Superficial Digital Flexor Tendon
Injuries to the SDF tendon of the hind limb are something we see quite often but their nature differs from that of the forelimb. In the fore limb, rupture through repetitive strain is by far and away the most likely origin of injuries. In the hind limb however, injuries tend to fall into two groups.
1. Physical trauma
A common injury in racing is when a fore foot of a chasing horse catches the hind limb of a horse in front. The resultant wounds can go straight through the skin and damage the underlying SDF tendon which lies just under the skin. There are no overlying muscles and little fat beneath the skin to protect the tendon. Kick injuries are also a frequent cause of injury to the hind limb SDF tendon. This is most worrying when the wound is on the point of the hock and damages the SDF tendon directly underneath where it runs over the bone. The tendon is under much pressure at this point so any injury is under a lot of strain. This affects its ability to heal. There is also a bursa at this site. This is the structure that, when inflamed, gives rise to “capped hocks”. A wound into this bursa means infection can become established. Unless this is treated aggressively and urgently, then recovery is unlikely.
Most SDF tendon injuries of the hind limb are treated with supportive management to allow the wound to heal. We then begin a gently ascending walking out programme to stimulate tendon fibre alignment and ensure the fibres heal in plane of workload. This minimises chances of re-injury.
One piece of good news is that an SDF injury as a result of a wound means that the tendon either side of the injury is healthy. This means that if the correct environment can be established (free of infection, skin healing, gentle exercise), healing can be very successful and complete.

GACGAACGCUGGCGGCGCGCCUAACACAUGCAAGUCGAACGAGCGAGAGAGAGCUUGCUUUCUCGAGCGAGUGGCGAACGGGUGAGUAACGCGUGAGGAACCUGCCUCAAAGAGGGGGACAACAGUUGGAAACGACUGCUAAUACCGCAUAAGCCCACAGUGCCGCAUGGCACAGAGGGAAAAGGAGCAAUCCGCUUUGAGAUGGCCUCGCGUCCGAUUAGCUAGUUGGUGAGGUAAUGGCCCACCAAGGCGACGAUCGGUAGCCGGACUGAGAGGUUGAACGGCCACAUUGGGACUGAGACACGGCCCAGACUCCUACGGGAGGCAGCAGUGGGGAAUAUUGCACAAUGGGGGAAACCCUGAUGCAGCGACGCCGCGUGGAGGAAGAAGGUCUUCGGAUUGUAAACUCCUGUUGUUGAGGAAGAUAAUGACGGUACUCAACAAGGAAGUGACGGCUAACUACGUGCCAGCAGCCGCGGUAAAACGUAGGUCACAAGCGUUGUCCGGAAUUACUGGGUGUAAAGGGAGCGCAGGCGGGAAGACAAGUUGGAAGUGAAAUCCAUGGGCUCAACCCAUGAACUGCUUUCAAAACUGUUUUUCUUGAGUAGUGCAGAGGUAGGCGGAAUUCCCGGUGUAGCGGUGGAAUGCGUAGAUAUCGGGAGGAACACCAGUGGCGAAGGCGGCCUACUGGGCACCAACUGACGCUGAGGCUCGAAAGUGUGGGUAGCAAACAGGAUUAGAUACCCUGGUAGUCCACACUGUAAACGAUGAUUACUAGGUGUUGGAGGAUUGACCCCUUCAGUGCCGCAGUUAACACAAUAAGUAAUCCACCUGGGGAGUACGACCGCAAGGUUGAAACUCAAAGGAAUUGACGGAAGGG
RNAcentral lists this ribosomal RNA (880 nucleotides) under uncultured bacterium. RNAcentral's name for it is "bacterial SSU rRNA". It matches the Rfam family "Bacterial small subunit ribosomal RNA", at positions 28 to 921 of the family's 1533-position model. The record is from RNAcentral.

2. Subluxation of the SDF tendon off point of the hock
As mentioned earlier, the SDF tendon runs down the back of the limb and passes directly over the point of the hock. It is held firmly in position by connective tissue at this site but it is the point of greatest pressure in the horse’s limb. At strenuous exercise, the SDF tendon can “break free” of its moorings. Needless to say this causes a sudden and profound lameness. After several days’ rest and pain relief, it will be noted that the architecture of the hock has changed with the tendon now running down the side of the hock, sometimes the inside but usually the outside. Although surgery can be performed to replace the tendon to its original site, this is considered quite heroic and unfortunately is rarely successful. Much more usually, the horse is gently recuperated with an ascending programme of exercise. While active competition will no longer be possible, low grade ridden exercise should be achievable.
The hind limb suspensory ligament is a frequent source of lameness, particularly in dressage and event horses. Injury is most usually the result of repetitive strain. It often presents as a mild lameness affecting both hind limbs because both suspensory ligaments have been injured.
Sometimes it presents not as a lameness at all but rather with owners noticing minor changes in gait e.g. transitions from trot to canter are not as smooth as before or that the horse moves better on one rein than another. While the lameness is usually low grade, recovery from hind limb suspensory injuries can be slow. Shock wave treatment can be helpful but is not as successful as when used in the corresponding fore limb injuries. As a result, many Vets now encourage owners to consider a surgical procedure where the nerve supplying the ligament is cut. Although a relatively minor procedure, it must be performed under general anaesthetic. While it is often very successful, it contravenes FEI rules so such horses are not eligible to compete at higher levels of competition.
When treated by conservative means, recuperation involves a gently ascending programme of walking exercise from the stable, gradually increasing to straight line trot work. If the surgical route is taken however, recovery is generally much faster and patients can sometimes be back in full work within 8 weeks.
Annular Ligament Desmitis
The annular ligament is a structure that surrounds the tendons where they pass down the back of the fetlock. The structure is present in both fore and hind limbs and is most commonly injured in ponies. It is damaged when the fetlock is overly extended, putting pressure on the ligament. Treatment involves the injection of steroid into the sheath which lies within the ligament. The steroid injection is allied to a gently ascending exercise programme from stable rest. Recovery is usually complete. In those ponies where recovery is not as good, then an operation on the injured ligament can be performed which carries a high degree of success.